At the height of the credit crunch, as both nations were plunged into a catastrophic banking crisis, there was a joke that the only difference between Iceland and Ireland was one letter and six months. These days, it is one place in Fifa’s Rankings and there was very little to separate them here.
That joke was a reminder of how close both came to a financial meltdown which could have destroyed them, but in footballing terms neither country can be laughed at anymore, although the sight of Ireland wall ducking out of the way of a free kick as Iceland scored the only goal of the game will amuse some.
If Iceland’s humbling of England in the Round of 16 was the headline grabbing shock of the tournament, Ireland’s victory over Italy in the final group game was almost as impressive. As was the scare they gave France in the first knockout game, taking the lead in the first half before the hosts over turned things round in the second half.
They are two small nations punching above their weight looking to follow up their heroics in France with a place at a second successive major tournament, which is why the wanted to face each other in a friendly here. How better to measure your progress than against someone of stature and strength.
Neither team looked anything like a starting XI, though. It was almost as neither manager wanted to show their hand, when they could yet meet each other again in a World Cup qualifier if they both finish second in their group.
It was a friendly, a time for experimentation. For Ireland, there were debuts for Brentford defender John Egan and Aston Villa midfielder Conor Hourihane. There was also a first start for Aberdeen winger Jonathan Hayes.
For Iceland, there were seven changes to the team that won beat Kosovo last week, while only four of the side that beat England last summer started.
A dull first 20 minutes ended with Iceland taking the lead. Egan committed a foul on the edge of the area and with Ireland’s goalkeeper Keiren Westwood leaving a big gap directly behind his defensive wall, Hordur Magnusson curled a perfect free kick into the bottom corner.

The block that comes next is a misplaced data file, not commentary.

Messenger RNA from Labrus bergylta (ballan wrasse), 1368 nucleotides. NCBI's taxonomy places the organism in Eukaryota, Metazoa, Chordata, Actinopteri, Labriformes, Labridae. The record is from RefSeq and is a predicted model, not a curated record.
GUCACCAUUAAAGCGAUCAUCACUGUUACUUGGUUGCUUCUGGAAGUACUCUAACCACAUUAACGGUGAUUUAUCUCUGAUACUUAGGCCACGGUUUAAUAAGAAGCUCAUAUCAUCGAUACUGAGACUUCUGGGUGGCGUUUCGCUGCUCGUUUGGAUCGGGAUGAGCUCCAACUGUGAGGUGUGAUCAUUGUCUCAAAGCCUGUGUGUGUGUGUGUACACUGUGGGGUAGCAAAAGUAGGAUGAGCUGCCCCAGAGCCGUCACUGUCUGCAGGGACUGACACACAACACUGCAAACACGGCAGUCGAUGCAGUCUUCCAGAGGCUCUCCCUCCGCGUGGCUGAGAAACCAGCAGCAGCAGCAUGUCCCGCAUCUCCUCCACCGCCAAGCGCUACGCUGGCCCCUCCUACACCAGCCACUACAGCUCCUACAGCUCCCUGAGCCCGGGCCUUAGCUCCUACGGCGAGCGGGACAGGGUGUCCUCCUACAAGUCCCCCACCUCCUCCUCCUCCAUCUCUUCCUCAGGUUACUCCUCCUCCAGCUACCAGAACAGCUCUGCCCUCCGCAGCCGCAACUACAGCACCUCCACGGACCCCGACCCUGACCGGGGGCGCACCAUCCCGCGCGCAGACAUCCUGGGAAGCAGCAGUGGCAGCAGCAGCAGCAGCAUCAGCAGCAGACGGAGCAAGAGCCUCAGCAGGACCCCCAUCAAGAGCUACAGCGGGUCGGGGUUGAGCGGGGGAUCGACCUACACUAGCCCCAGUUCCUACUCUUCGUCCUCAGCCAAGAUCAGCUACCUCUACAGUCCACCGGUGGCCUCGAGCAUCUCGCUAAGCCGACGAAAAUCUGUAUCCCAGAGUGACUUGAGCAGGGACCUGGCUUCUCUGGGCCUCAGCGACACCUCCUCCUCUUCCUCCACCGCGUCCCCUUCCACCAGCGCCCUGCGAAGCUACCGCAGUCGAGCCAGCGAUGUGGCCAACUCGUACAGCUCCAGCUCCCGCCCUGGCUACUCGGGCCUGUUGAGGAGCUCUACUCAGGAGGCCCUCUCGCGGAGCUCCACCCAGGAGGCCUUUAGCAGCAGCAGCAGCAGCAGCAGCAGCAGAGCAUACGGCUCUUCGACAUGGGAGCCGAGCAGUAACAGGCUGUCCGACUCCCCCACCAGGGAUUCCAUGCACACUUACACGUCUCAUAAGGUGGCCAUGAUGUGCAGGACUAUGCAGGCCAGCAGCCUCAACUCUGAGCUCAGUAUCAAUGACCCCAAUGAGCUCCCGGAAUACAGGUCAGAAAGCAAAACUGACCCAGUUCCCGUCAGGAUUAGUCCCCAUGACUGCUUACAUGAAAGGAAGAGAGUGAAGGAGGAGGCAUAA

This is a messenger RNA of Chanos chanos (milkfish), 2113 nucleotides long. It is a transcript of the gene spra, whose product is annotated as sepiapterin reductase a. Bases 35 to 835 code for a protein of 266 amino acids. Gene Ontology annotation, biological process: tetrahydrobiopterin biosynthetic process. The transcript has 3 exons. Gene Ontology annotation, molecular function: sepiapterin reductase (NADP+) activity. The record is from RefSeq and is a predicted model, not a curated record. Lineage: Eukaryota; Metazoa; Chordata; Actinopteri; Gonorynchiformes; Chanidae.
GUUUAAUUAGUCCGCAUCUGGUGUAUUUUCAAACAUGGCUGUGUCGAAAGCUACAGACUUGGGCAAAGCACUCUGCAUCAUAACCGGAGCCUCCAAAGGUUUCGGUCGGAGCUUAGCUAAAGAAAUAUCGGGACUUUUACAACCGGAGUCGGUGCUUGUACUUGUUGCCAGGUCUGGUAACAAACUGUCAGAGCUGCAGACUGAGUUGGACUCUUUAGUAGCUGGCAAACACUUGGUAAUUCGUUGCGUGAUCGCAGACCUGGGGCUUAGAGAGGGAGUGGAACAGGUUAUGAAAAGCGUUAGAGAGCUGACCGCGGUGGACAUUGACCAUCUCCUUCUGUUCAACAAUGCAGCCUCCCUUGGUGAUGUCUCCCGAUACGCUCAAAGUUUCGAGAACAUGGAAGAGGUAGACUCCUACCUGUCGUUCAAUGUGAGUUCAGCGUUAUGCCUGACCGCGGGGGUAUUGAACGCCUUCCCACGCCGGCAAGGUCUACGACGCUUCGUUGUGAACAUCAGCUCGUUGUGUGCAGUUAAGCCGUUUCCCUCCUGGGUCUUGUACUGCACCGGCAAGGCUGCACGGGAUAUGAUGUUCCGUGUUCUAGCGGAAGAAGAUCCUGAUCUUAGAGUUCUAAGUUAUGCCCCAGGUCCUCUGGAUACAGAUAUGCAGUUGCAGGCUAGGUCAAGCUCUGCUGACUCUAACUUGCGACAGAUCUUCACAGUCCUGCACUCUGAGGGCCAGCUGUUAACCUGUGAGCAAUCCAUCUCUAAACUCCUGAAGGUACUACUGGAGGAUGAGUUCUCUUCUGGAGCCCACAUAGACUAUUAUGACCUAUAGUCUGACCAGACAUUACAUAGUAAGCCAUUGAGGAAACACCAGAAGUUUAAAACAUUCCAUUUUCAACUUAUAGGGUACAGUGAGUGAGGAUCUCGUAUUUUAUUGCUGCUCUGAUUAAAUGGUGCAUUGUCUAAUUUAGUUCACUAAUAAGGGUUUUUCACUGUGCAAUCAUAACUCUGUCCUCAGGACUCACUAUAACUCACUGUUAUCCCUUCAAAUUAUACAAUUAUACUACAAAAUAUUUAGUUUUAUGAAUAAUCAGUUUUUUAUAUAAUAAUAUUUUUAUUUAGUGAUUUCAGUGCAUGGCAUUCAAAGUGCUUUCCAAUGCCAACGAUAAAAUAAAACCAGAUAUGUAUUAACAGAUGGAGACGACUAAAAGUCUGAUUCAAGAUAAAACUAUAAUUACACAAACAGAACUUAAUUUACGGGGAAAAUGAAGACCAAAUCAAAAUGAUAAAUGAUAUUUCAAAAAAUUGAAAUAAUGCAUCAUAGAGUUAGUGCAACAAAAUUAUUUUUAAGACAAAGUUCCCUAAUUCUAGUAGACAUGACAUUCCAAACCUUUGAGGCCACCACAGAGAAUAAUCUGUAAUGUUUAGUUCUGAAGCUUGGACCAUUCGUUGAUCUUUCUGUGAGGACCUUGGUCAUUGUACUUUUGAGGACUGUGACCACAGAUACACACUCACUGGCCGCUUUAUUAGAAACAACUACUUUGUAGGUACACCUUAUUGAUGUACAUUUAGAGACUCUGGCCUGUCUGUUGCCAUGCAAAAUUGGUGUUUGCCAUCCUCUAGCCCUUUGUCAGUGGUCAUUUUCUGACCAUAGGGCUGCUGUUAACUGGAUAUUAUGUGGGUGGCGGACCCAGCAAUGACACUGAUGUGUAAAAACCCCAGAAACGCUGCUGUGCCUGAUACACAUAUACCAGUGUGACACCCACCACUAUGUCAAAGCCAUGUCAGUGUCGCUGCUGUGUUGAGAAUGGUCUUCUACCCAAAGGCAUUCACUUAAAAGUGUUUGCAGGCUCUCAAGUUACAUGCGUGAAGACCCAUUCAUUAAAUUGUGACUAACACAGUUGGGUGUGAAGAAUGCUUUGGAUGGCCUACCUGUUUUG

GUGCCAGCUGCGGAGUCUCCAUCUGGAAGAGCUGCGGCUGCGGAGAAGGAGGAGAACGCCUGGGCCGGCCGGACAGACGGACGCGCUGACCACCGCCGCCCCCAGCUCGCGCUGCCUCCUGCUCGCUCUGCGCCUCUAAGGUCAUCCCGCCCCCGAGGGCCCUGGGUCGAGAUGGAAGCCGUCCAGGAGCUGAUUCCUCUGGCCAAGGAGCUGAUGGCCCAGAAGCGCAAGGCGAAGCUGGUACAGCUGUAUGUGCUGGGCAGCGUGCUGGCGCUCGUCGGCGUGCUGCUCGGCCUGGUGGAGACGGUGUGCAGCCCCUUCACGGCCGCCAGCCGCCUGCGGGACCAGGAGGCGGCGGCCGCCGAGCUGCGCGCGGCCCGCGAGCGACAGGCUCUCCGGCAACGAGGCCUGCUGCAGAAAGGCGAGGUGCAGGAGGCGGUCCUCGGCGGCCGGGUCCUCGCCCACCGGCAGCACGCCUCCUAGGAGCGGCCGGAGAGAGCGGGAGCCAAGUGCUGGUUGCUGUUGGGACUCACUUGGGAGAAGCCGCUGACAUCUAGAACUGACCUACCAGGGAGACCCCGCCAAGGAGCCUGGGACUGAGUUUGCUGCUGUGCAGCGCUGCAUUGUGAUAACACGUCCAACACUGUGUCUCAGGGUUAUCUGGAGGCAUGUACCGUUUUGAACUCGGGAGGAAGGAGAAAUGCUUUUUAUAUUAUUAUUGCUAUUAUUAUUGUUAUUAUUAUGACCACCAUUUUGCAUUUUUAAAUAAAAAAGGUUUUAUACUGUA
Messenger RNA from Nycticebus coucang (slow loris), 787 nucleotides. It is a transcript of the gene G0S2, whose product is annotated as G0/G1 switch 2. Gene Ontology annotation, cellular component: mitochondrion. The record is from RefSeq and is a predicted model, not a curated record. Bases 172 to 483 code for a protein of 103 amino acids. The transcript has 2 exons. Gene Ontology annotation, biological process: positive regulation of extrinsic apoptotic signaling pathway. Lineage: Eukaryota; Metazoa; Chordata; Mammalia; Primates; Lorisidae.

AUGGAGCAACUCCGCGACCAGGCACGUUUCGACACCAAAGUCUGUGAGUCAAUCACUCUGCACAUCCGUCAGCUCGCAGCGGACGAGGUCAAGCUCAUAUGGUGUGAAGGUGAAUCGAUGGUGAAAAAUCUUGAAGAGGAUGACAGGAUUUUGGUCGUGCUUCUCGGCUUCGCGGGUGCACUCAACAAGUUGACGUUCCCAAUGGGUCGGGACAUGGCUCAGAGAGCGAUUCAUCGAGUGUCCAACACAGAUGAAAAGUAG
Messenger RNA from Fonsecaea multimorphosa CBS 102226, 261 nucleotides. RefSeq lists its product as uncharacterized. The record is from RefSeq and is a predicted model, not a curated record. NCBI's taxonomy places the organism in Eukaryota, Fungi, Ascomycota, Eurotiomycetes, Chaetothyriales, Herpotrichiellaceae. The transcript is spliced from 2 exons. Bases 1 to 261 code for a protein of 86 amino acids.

Iceland began to threaten more regularly after that, although Ireland did muster a half chance of their own, Kevin Doyle glancing a cross from James McClean wide.
It was a rare moment of danger. Ireland were poor, Jeff Hendrick following up a disappointing performance against Wales with another sloppy display. The Burnley midfielder looks heavy and with it and far less effective than he was when he was still a Championship player at Derby.
Alongside him, Hourihane looked nervous, as did Hayes. Given an opportunity to show what they could do, neither took it in the first half.
There was an improvement after half time but Ireland had the same trouble England did trying to break Iceland down, who seem to defend a lead as well as anyone in Europe.
With half an hour remaining, O’Neill had seen enough, the most eye-catching of four substitutions, the introduction of former Dundalk winger Daryl Horgan for his first cap.
Now at Preston, Horgan was given rapturous reception, having starred in the League of Ireland’s club’s Europa League campaign last year before moving to England in January.
Ireland pushed hard for an equaliser, the substitutions injecting some pace into a pedestrian attack, Mclean almost getting on end of Horgan’s cross.
More substitutions were made as Iceland tried to hold on, Horgan again causing them problems down the left before another dangerous cross was tipped away by goalkeeper Ogmudur Kristinsson.
Moments later a surging run from Bristol City’s Callum O’Dowda ended with a shot being deflected wide when he called have played in the unmarked Horgan wide of him.
Iceland, though, did to Ireland what they had done to England a few months ago. They are horrible team to play against and that is meant as a compliment.